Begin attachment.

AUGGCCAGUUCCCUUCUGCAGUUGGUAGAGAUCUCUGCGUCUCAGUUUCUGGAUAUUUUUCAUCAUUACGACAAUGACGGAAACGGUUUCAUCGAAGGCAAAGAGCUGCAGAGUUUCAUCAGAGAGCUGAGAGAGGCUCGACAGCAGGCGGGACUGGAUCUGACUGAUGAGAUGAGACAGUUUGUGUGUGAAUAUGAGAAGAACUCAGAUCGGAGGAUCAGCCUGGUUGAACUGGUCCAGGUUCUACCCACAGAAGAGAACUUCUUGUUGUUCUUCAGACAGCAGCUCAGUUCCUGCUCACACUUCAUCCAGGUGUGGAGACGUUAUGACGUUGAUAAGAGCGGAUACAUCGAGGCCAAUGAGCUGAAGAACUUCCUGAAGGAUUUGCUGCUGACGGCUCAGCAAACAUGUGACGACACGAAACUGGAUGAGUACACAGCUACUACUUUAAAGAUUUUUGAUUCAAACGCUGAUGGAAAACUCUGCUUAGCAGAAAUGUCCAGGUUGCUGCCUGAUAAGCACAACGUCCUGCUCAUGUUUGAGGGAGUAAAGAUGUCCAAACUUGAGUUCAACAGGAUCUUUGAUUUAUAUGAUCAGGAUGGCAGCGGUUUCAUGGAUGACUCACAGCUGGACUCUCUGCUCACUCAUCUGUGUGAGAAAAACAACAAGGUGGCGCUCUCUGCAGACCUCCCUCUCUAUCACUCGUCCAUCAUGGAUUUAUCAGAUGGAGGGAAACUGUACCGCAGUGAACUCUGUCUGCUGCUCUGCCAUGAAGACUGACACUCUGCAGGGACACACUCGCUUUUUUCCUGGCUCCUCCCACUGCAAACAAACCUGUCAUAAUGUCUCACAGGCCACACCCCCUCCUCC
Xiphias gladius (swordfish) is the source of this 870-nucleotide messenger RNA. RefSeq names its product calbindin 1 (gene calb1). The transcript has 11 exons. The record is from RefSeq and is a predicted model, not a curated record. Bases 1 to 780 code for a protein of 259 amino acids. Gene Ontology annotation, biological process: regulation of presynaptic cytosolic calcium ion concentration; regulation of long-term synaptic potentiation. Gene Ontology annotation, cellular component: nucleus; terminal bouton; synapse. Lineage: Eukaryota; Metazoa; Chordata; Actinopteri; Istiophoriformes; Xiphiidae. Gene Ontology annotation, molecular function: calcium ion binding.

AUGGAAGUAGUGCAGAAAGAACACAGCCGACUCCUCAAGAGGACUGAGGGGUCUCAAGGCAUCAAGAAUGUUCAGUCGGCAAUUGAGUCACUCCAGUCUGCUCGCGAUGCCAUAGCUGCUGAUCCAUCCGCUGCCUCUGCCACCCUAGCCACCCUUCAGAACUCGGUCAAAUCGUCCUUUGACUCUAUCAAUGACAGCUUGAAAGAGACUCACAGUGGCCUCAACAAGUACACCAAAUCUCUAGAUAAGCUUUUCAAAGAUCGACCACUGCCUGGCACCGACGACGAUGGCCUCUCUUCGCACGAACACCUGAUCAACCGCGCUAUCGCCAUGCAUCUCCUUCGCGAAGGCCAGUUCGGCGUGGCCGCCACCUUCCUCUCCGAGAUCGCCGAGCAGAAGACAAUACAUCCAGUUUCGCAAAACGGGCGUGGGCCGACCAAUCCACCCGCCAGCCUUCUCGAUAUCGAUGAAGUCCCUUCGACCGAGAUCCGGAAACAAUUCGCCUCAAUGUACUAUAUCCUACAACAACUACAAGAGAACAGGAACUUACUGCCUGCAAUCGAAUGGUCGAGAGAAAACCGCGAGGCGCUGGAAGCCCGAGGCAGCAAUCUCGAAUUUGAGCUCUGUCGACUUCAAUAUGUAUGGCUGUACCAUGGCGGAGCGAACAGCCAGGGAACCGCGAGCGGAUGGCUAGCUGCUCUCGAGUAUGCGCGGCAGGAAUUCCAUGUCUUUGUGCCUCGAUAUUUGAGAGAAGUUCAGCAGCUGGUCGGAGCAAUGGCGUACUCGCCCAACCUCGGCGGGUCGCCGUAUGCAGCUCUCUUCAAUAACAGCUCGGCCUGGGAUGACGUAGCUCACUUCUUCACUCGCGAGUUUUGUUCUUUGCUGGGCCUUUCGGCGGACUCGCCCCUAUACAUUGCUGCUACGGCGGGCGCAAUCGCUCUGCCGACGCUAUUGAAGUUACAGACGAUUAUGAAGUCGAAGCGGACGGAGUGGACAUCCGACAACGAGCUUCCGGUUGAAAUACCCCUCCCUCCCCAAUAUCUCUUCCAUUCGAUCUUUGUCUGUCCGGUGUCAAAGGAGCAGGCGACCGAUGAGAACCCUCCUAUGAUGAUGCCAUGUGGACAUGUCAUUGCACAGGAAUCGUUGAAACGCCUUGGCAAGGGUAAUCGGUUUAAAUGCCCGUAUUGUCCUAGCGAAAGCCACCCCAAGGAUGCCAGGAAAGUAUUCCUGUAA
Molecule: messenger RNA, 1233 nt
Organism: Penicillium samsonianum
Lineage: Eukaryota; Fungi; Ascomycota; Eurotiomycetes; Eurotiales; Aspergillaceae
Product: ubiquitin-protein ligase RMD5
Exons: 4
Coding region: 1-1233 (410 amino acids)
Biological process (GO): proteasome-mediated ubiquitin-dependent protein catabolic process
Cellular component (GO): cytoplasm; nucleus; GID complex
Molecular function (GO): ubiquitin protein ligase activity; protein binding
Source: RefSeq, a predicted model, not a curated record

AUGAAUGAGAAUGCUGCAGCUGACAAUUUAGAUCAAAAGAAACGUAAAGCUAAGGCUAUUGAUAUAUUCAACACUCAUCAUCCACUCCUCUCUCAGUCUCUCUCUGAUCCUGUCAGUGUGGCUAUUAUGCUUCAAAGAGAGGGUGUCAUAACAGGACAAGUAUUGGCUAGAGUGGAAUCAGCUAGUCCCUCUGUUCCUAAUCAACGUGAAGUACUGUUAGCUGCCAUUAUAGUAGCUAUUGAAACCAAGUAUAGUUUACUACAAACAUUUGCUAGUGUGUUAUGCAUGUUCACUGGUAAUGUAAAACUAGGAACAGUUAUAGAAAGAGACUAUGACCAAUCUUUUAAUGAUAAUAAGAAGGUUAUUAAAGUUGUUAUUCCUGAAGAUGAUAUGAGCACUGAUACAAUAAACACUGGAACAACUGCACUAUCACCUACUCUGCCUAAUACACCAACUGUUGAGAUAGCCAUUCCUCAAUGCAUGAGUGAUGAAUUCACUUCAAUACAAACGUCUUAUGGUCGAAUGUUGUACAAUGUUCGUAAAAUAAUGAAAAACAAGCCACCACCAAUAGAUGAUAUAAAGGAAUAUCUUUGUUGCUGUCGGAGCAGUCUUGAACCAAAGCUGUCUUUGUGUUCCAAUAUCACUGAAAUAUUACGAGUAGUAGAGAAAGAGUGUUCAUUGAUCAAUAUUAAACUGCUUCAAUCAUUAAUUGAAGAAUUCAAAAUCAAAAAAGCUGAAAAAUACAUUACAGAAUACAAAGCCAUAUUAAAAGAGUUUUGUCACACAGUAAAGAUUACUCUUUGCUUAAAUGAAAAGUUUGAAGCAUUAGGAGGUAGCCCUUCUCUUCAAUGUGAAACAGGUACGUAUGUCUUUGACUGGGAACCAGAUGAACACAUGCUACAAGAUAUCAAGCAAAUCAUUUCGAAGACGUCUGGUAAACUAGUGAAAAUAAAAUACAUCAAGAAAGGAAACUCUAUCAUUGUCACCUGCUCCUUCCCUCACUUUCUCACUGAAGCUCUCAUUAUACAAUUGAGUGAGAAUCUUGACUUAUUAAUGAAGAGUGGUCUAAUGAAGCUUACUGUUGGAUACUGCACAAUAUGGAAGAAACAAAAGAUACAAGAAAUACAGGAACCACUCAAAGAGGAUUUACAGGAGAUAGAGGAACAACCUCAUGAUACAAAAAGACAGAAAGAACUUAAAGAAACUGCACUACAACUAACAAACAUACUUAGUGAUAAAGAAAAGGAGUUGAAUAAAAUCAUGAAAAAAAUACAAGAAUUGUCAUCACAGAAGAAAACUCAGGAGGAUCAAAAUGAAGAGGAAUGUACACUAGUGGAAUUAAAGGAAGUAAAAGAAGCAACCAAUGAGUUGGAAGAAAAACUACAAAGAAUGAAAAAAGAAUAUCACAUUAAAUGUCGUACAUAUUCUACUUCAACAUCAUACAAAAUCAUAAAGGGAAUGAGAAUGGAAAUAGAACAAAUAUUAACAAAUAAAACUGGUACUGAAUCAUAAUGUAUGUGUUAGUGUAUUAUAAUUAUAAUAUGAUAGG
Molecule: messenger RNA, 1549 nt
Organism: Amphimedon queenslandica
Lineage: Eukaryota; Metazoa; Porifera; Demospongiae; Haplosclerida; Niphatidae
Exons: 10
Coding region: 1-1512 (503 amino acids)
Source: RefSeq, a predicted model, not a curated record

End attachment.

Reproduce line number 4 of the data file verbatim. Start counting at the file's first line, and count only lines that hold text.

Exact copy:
Molecule: messenger RNA, 1233 nt